Jean-Bernard Eyquem gives his perspective. Both horses are well used to racing abroad. In November, en route to Saudi Arabia, Mehdaaf Athbah won on the dirt in Belgium, whereas Mashhur Al Khalediah landed the Jewel Crown in Abu Dhabi, giving Collington his first Gr1PA win.
Collington commuted between Riyadh and Newmarket throughout the winter, but it was his jockey Jean-Bernard Eyquem who oversaw the preparation of both horses in the final six weeks.
Eyquem said: "I rode both horses in the morning. On his first race here, Mashhur was not fully wound up, so I had to crank up his training regime to ensure that he was 100 per cent for this race. Regarding Medhaaf, I simply had to keep him ticking over. I think Mashhur Al Khalediah is the best PA horse over a mile at the moment. He ran perfectly today but the trip was too long for him.
This has been my first experience of Saudi Arabia. I’ve ridden in many countries and think that the racing here is similar to the US. The way in which races are run in France makes for very tactical affairs. However, it’s not the same here. The fact that I had put the horses through their paces in the mornings locally was an advantage, as I knew what to expect."
He added: "It’s a very good country but the transition between Europe and here has been hard. You have to give up your regular habits such as meeting with friends, or going for a drink, and so forth. Yet, after six weeks here, it becomes normal, and so it has become the home away from home for now. Big races aren’t the norm, as there is just the Prince Sultan Cup. I don’t think that people will see beyond the prize money on offer at this meeting for now. I hope that it will be the same here, as it was for Dubai with the World Cup. I hope it heads in the same direction."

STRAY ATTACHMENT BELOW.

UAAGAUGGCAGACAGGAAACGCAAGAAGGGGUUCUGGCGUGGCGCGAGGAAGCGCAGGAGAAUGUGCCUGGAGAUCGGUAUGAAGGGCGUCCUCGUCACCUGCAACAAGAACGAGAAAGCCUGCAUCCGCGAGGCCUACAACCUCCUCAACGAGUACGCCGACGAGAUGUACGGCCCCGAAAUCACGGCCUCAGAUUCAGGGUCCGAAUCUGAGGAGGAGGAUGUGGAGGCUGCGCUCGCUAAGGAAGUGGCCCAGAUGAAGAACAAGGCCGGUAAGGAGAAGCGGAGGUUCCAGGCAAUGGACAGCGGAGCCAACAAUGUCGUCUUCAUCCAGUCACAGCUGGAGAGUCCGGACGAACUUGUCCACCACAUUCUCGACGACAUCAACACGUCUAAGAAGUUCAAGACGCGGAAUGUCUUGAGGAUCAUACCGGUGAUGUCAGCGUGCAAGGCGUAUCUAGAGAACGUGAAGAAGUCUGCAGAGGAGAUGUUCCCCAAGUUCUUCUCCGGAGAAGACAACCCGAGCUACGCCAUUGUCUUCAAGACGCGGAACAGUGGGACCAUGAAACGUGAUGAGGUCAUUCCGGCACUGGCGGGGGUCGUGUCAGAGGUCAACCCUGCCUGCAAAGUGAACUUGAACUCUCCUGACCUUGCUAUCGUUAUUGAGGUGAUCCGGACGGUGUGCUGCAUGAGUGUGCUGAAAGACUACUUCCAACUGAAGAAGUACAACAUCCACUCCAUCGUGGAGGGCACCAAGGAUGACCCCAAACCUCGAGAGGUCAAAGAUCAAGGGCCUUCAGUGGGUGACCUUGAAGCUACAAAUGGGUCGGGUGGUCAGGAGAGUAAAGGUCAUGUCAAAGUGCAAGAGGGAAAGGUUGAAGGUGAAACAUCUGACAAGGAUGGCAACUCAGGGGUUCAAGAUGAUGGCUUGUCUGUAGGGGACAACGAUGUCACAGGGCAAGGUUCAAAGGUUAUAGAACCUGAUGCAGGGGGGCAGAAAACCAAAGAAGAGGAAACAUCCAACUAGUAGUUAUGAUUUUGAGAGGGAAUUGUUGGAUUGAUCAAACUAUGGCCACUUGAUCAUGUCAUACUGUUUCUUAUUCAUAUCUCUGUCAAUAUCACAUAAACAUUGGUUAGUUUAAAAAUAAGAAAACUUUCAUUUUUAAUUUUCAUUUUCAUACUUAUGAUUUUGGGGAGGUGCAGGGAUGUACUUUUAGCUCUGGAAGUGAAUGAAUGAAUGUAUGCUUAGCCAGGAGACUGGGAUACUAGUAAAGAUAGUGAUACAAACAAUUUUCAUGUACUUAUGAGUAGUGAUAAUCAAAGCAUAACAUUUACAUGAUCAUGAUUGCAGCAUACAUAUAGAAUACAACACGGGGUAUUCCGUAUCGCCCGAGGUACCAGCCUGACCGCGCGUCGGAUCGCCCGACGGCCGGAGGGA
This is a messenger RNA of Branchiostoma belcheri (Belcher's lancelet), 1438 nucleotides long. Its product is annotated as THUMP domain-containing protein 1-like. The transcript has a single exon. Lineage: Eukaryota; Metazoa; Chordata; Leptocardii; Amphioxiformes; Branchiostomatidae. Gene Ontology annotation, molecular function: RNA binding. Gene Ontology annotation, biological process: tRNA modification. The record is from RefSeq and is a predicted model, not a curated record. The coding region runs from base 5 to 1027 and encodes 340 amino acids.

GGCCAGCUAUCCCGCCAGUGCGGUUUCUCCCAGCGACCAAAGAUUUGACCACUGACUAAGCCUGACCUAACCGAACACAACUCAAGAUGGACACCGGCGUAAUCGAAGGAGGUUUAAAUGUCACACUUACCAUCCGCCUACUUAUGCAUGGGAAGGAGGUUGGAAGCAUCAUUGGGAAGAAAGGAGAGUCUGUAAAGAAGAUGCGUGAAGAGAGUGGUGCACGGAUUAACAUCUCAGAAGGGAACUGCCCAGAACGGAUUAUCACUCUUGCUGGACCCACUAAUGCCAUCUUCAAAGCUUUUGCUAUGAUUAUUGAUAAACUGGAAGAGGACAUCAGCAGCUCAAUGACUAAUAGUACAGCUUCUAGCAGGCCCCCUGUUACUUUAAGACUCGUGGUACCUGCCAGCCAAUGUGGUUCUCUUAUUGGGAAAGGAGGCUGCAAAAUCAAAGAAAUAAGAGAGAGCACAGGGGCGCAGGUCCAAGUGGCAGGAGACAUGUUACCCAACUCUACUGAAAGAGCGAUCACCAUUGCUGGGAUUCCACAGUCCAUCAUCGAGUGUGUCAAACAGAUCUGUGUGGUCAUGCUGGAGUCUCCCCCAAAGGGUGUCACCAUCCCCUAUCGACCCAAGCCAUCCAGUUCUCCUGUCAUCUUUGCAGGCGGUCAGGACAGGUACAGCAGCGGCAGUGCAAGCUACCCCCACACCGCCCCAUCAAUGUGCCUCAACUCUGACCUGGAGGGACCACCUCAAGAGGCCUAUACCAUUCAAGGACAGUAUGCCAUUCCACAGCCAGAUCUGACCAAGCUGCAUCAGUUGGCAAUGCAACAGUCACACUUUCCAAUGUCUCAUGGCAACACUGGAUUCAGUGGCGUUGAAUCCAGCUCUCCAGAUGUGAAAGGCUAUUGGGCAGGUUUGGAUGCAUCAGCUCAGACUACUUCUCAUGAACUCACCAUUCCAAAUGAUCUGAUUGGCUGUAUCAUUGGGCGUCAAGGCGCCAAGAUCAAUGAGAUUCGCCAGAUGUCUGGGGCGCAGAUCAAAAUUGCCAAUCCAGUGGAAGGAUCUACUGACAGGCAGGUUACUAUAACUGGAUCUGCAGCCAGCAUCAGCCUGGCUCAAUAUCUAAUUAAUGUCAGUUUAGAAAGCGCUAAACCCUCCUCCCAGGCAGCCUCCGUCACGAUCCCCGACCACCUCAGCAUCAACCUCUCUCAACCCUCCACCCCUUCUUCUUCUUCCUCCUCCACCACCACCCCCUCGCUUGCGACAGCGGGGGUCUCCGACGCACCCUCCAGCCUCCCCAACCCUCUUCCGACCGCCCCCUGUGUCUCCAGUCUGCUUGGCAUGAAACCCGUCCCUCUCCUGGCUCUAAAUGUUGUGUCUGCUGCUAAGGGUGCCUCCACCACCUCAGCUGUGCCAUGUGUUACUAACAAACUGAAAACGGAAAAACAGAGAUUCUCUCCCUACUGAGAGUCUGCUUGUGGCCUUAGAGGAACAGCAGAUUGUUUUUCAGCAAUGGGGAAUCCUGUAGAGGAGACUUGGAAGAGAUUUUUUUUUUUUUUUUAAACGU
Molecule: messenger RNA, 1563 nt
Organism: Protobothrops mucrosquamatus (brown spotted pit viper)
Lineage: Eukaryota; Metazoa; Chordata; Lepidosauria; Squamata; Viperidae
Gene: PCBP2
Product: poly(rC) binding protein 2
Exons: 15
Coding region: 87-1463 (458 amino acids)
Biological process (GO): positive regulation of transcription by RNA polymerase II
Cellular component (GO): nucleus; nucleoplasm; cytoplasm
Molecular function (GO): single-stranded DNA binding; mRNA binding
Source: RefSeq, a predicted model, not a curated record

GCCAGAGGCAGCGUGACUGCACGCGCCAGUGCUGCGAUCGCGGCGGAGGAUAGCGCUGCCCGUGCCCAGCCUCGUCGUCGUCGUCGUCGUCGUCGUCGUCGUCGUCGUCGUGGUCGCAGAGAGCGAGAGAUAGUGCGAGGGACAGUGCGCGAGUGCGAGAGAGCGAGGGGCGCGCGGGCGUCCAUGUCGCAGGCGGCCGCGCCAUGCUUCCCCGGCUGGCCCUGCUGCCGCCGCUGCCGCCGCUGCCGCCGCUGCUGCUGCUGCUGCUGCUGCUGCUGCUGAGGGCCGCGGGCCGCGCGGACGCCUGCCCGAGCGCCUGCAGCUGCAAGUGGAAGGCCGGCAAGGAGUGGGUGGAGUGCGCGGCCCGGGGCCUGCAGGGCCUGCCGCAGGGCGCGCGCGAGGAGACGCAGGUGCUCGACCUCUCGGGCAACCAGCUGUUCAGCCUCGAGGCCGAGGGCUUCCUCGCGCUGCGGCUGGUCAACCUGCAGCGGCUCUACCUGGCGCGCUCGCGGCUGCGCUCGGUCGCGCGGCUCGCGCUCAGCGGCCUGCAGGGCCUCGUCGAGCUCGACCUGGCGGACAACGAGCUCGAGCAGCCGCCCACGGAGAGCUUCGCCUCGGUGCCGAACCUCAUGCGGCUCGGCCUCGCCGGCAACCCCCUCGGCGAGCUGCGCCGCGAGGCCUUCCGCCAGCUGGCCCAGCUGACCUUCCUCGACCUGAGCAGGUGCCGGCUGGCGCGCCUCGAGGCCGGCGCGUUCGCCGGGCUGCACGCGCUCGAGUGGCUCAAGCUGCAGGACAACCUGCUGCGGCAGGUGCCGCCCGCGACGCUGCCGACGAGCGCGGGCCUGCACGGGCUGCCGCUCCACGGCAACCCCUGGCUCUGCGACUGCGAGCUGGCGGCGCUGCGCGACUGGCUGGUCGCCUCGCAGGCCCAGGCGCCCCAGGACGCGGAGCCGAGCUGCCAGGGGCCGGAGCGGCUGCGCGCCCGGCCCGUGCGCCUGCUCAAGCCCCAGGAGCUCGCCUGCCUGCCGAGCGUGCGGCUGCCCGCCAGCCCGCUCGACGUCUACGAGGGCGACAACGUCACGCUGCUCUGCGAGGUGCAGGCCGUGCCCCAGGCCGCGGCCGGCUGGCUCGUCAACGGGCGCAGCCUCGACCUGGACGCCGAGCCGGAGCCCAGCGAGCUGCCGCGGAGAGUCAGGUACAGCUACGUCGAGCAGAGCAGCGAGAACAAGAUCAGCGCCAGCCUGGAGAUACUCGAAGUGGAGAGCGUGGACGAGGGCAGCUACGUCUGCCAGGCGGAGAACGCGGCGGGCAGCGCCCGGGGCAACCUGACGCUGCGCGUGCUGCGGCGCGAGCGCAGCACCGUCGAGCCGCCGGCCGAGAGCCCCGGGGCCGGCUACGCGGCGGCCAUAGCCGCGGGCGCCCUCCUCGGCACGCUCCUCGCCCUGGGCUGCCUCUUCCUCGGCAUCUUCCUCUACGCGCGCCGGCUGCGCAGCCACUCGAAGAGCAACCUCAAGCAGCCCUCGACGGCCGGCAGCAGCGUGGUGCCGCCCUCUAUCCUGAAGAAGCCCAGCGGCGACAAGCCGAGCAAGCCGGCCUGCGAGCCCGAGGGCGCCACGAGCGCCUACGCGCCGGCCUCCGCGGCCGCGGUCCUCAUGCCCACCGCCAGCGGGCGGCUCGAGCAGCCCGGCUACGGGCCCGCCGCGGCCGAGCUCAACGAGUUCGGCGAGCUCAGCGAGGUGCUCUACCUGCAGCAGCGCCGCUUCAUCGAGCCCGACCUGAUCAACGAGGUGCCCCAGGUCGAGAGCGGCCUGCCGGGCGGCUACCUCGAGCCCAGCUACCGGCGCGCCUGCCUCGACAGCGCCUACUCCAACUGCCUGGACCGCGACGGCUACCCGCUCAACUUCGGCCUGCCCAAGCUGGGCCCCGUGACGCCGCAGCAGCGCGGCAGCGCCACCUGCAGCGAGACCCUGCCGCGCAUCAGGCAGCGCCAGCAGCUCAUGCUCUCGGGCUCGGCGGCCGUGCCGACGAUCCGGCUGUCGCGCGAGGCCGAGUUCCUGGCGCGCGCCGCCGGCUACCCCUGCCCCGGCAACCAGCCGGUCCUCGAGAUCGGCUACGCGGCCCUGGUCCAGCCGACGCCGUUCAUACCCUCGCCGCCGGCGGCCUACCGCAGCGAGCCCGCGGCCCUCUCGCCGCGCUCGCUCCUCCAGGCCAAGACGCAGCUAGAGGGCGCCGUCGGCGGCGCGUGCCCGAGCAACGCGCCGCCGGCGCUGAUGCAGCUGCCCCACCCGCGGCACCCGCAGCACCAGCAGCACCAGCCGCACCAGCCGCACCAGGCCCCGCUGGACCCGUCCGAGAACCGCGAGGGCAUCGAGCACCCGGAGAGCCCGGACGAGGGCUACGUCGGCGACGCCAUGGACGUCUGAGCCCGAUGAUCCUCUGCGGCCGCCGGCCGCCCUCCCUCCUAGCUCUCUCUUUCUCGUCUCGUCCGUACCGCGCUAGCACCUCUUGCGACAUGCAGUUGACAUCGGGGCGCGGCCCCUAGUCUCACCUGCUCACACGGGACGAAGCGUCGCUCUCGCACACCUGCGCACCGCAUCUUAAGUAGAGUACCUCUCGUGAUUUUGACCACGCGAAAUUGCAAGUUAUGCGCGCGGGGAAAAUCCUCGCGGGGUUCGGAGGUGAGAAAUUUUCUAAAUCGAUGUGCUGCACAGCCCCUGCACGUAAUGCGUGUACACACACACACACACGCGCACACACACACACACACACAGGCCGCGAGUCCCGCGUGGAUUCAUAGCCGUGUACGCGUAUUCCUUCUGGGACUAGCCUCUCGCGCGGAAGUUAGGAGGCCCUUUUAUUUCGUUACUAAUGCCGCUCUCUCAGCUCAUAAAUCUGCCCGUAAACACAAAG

Translating Saudi racing into numbers. Horse racing has taken place in the Kingdom since time immemorial, but it only started to be organised on formal lines in the post war period, when PA horses were the norm. However, since 1987, the powers that be diversified into the domain of English thoroughbreds. In 2017, for example, there were 5.445 broodmares and 595 stallions in Saudi Arabia, with the stats also revealing the birth of 1.993 foals. Owners are divided into two categories, with the first group comprising members of the Royal Family, and several high end businessmen, which number around 12 in total. The second category is made up Bedouins and this group are also trainers and breeders. It’s what this group do for a living and they live off the proceeds of the horses which they sell. These can be yearlings or horses-in-training which are sold privately. In parallel, PA racing takes place at Al Khalidiah racecourse, which are restricted to locally-bred horses. Prince Khaled Bin Sultan Bin Abdulaziz, the owner of Al Khalidiah, has taken upon himself to reshape PA racing. He also heads a very sizeable breeding operation of over 800 horses, and a number of these boast French bloodlines. For around six years now, he has also proved to be the instigator of sales whereby horses go through the ring at public auction. This year, the King and Prince Mohammed Bin Salman, have decided to relaunch PA racing at Janadriyah.